A New Paradigm for Understanding Nuclear Strategy
ARMY WAR COLL CARLISLE BARRACKS PA
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With the end of the Cold War as we have known it since the late 1940s and the apparent success of U.S. containment policy, old, familiar questions demand answers in a new and unfamiliar context. The Cold War is over but the Nuclear Age is not nuclear weapons cannot be disinvented. Collapse of the Warsaw Pact and dramatic reduction of tensions between the United States and the USSR compel re-examination of fundamental strategy issues. What is the purpose of nuclear weapons How should we plan for their use What kinds of weapons and delivery systems should we develop and deploy How many should we have Why have any This essay does not seek to provide a comprehensive review of nuclear strategy since 1945, nor does it provide detailed recommendations for future strategy. Rather, it introduces a new paradigm, a new structure, a new set of lenses, which permits the strategist to seek old familiar information in a different context. Taking strategy to include ends, ways, and means, the new paradigm introduced herein interprets the past 45 years as three discernible time periods, each with a different characteristic.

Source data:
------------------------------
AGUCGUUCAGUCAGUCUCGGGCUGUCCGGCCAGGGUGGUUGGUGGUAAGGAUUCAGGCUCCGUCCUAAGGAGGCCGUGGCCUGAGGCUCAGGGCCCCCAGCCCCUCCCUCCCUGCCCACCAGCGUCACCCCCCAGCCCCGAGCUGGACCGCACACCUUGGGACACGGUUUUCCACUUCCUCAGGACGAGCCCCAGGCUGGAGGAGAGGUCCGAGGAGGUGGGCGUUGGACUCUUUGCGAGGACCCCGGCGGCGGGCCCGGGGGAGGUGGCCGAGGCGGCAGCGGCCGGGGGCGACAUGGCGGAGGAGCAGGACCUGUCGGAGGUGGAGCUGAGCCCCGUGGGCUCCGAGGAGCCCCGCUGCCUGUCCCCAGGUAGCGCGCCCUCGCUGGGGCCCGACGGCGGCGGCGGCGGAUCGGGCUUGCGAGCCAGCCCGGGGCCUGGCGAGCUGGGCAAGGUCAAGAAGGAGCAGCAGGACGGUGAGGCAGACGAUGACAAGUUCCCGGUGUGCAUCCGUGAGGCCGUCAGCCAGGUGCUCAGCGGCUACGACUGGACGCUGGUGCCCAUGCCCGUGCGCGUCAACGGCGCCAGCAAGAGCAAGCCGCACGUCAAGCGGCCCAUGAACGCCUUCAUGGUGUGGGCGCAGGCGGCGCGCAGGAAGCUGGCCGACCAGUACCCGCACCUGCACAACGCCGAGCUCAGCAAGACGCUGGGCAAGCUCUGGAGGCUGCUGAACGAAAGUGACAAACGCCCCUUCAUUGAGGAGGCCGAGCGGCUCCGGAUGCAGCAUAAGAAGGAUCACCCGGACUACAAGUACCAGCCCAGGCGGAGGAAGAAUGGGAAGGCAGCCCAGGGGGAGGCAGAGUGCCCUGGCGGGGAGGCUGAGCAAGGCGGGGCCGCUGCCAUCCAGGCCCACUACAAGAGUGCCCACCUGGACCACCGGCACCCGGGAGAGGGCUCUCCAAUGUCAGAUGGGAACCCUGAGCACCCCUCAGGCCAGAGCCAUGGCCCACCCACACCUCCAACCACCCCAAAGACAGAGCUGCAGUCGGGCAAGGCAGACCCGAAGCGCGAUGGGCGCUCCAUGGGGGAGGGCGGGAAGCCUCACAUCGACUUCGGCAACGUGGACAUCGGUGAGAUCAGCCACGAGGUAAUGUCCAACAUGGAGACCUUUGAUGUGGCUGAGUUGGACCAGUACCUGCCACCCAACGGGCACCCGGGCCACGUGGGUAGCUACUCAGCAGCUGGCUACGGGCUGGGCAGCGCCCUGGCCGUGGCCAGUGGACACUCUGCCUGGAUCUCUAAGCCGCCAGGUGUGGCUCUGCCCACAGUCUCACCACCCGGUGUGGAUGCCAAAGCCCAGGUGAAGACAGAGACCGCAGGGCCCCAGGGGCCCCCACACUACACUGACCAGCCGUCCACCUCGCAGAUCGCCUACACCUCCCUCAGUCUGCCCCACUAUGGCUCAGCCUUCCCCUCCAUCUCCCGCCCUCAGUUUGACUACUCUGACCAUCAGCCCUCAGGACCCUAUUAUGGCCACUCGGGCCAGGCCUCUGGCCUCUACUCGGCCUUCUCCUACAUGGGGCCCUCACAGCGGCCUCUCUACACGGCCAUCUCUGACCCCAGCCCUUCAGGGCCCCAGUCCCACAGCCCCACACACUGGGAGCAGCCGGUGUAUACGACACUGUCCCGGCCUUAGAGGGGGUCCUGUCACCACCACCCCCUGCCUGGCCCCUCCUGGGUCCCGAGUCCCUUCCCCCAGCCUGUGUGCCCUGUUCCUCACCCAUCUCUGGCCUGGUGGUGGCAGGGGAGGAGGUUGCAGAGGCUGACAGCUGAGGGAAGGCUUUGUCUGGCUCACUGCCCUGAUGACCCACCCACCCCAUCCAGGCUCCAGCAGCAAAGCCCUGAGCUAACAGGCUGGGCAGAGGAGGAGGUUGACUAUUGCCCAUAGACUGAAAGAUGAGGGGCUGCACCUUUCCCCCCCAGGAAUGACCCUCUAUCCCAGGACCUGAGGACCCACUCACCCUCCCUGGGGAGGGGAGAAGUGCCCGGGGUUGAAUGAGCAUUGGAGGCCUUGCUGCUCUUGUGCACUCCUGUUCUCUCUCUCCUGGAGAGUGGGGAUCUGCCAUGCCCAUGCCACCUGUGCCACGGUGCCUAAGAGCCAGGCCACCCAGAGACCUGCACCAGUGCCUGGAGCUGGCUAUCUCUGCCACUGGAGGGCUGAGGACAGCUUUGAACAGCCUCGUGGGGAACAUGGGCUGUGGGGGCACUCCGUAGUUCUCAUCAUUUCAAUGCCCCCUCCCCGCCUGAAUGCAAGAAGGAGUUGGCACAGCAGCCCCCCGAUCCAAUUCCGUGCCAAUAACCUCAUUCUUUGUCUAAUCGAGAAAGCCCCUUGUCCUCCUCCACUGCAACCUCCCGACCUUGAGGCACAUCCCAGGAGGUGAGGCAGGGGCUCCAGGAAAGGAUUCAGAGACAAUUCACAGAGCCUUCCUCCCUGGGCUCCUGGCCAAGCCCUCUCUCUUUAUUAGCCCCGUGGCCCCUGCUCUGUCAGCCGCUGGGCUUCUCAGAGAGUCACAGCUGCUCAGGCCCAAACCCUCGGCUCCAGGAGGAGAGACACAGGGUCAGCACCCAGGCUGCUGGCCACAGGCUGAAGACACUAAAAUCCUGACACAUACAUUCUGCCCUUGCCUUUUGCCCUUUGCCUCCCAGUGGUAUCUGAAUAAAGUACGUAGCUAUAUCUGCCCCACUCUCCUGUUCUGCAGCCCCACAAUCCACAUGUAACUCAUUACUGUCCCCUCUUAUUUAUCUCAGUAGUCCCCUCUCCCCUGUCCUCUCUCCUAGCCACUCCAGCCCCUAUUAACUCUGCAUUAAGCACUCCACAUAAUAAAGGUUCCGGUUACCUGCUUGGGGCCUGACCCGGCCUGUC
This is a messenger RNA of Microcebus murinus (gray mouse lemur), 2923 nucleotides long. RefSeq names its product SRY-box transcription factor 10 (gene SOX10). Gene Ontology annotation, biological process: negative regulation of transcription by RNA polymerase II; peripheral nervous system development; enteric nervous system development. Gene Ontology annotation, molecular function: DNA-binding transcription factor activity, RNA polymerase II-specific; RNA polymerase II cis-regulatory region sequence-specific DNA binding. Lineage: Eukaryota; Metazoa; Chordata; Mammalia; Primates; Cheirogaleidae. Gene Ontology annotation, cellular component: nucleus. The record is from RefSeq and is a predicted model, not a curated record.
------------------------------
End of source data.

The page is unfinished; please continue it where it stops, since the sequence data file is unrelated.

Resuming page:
- Military Operations, Strategy and Tactics